Effective subplot and goal for MINOR CHARACTERS



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  • #16
    Re: Effective subplot and goal for MINOR CHARACTERS

    This is where I think writers sharing their thought process when trying to figure out the relationships in your script and how they impact the outcome of the story.

    A few weeks ago, I started a script for the first time in about six years. Mind you, like everyone else even when I wasn't writing I would get flashes of these characters in situations and saying certain things.

    I have a draft of the idea that is like 8 years old, I didn't even go back to read it cause I envision starting it in a new way. I took a few days and made a new outline remembering the parts of the old structure that I think still belonged in the movie and filled in the blanks with either new scenes that or the feelings I wanted to evoke from the reader at that point.

    And an outline to me is a narrative text document, I never did the whole roman numeral standard looking outline. I open a new doc and just start telling myself the story for the first time. I put a good week into developing that doc, combing through it to fill in holes or make a list of the holes I see and put some thought into those missing scenes, what should they be? I also put a lot of thought into the dynamics of the relationships that my hero has with other characters. The story has a main plot and two subplots. The main plot is against a competitor who sent our hero out of their indisutry so to speak for 15 years. One subplot is focused on redemption. In this relationship our hero has a chance to find redemption, a chance to set a younger player in the industry on the right path, teach him the ropes so to speak, the other subplot is focused on forgiveness. In this subplot the hero tries to make right a wrong that was done to someone 15 years ago. This suplot has a heavy theme of 'respect 2nd chances'.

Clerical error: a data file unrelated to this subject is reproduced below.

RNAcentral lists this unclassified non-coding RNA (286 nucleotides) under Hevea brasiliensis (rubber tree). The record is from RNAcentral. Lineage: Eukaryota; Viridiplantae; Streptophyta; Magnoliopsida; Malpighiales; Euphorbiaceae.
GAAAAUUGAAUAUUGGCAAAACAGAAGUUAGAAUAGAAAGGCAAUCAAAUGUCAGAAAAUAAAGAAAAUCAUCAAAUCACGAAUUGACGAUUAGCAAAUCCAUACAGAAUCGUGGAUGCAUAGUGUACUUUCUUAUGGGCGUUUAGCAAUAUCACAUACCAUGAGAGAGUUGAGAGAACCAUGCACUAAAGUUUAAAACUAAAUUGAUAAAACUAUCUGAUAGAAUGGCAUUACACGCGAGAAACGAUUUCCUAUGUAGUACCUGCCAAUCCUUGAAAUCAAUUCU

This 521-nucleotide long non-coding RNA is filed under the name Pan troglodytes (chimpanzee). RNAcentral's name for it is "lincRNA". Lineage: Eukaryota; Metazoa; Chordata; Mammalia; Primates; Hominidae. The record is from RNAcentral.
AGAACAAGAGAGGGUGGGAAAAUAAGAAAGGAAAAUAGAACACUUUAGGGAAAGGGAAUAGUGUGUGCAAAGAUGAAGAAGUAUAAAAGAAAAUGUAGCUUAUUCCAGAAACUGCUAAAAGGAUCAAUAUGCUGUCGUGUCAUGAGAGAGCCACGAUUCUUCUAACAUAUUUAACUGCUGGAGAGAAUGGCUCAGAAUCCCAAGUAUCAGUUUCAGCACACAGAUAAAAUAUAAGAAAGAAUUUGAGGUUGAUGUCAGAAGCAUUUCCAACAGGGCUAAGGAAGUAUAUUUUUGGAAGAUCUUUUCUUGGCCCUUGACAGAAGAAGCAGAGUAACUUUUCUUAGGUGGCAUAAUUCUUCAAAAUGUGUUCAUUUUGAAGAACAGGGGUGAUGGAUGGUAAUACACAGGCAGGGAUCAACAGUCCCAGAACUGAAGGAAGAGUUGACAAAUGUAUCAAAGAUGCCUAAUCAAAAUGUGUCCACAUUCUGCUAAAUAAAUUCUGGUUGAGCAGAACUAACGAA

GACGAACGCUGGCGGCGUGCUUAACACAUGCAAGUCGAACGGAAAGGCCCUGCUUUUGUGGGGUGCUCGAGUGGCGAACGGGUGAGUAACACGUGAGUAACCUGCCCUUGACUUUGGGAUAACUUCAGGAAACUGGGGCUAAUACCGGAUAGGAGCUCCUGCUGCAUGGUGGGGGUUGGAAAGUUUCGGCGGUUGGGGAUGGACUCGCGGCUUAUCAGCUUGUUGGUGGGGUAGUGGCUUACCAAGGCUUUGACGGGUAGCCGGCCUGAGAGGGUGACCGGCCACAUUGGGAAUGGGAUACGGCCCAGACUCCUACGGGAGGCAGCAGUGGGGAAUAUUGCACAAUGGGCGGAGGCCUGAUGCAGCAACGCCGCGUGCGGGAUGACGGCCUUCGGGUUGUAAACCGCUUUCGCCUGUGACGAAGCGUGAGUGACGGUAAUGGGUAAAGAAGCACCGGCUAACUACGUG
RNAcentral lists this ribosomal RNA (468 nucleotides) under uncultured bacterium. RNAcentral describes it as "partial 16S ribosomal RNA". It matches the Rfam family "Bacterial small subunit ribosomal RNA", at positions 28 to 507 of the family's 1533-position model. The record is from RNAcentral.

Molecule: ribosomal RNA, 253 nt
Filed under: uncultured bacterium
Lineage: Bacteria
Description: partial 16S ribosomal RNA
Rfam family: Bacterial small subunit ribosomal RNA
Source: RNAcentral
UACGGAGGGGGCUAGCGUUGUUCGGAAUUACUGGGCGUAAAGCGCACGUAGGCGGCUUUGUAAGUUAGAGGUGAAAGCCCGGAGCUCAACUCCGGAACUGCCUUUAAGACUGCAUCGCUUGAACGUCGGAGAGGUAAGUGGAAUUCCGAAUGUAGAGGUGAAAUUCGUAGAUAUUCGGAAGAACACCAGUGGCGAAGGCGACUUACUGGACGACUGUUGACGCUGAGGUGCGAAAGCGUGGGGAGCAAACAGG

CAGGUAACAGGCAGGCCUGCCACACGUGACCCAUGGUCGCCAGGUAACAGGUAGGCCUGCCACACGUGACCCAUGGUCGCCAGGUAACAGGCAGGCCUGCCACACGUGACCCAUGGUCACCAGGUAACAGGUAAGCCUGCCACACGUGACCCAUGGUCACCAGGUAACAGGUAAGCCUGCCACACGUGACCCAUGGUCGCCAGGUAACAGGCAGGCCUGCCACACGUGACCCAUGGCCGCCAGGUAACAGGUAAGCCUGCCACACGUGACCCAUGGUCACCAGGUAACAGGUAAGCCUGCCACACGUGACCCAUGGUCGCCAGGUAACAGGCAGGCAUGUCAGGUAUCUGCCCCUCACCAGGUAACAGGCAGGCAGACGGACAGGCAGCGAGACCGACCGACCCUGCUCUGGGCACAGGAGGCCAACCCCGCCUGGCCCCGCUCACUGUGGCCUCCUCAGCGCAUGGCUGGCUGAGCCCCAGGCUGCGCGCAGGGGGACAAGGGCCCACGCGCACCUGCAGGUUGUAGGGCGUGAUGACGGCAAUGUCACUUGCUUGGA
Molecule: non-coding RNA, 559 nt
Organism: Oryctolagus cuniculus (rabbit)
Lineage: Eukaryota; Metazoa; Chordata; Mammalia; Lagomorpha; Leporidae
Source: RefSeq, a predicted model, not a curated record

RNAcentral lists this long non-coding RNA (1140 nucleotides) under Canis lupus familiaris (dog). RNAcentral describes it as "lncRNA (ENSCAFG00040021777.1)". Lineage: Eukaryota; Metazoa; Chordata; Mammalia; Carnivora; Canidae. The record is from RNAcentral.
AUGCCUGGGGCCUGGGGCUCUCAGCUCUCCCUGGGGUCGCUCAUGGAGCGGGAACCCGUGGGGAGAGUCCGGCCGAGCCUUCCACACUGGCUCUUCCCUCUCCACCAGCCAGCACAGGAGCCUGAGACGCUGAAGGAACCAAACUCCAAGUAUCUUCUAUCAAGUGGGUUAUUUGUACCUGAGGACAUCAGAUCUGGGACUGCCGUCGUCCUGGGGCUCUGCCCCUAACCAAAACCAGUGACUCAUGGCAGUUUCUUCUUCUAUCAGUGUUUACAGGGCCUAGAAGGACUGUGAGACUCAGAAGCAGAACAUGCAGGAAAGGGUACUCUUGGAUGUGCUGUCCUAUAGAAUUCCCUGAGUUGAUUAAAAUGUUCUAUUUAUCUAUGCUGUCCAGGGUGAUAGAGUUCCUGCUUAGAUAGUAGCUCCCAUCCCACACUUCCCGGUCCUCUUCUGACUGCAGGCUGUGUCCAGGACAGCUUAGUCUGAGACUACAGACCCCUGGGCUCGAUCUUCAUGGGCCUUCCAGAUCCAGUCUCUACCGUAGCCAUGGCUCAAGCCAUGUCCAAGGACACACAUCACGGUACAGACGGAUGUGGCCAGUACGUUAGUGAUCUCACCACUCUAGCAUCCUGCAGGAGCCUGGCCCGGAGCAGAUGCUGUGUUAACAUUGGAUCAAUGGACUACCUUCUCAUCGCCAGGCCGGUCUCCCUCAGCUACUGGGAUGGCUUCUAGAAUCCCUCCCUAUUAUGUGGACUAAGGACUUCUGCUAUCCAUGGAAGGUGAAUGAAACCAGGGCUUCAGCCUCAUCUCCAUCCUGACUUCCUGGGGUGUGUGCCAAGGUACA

The redemption subplot blows up in the hero's face at the end of ACT 2, turns out the younger guy was using him the whole time. By doing this, it looks to ruin the hero's ability to achieve their goal but it also puts younger guy in hot water. It turns out being a nightmare for him. The only person that can help him out of it is our hero, the guy he has screwed over.

    This is all in theory still. I do not have pages that pull any of this off yet, I started writing ten days ago, I'm on page 44 of this new draft. I already see long winded scenes, unfocused scenes, horrible dialogue, random scene settings, but I'm pushing forward. I am on target to be done in about two weeks, then I plan on going through the script scene by scene, keeping in mind the key beats to my redemption subplot and the key moments of my forgiveness subplot and how they need to intersect with the main plot and find opportunies for great reveals .

    I didn't always look at the process and putting together a story this in depth., well I did and I didn't. I would always scratch the surface on 'in depth' but I would let story holes kill my momentum and never really dig and be flexible on chaging what you think works cause it can cure a story hole down the road.

    Everything in your stpry should have meaning. All the relationships. All the events. I should be able to point to any element in your script, any character any setting, any event and I should be able to ask you what that element represents in the grand scheme of things. And you should know, if you are querying. If you do not know your story that well, you have no business querying anyone.


    • #17
      Re: Effective subplot and goal for MINOR CHARACTERS

      Cyfress, two thoughts and a question:

      1) I like the sound of the plot and subplots -- I'd shell out $12 for that movie just to see how it ends
      2) Sounds like you can knock a first draft out in one month... it takes me longer just for the outline (narrative format, like yours)... I'm impressed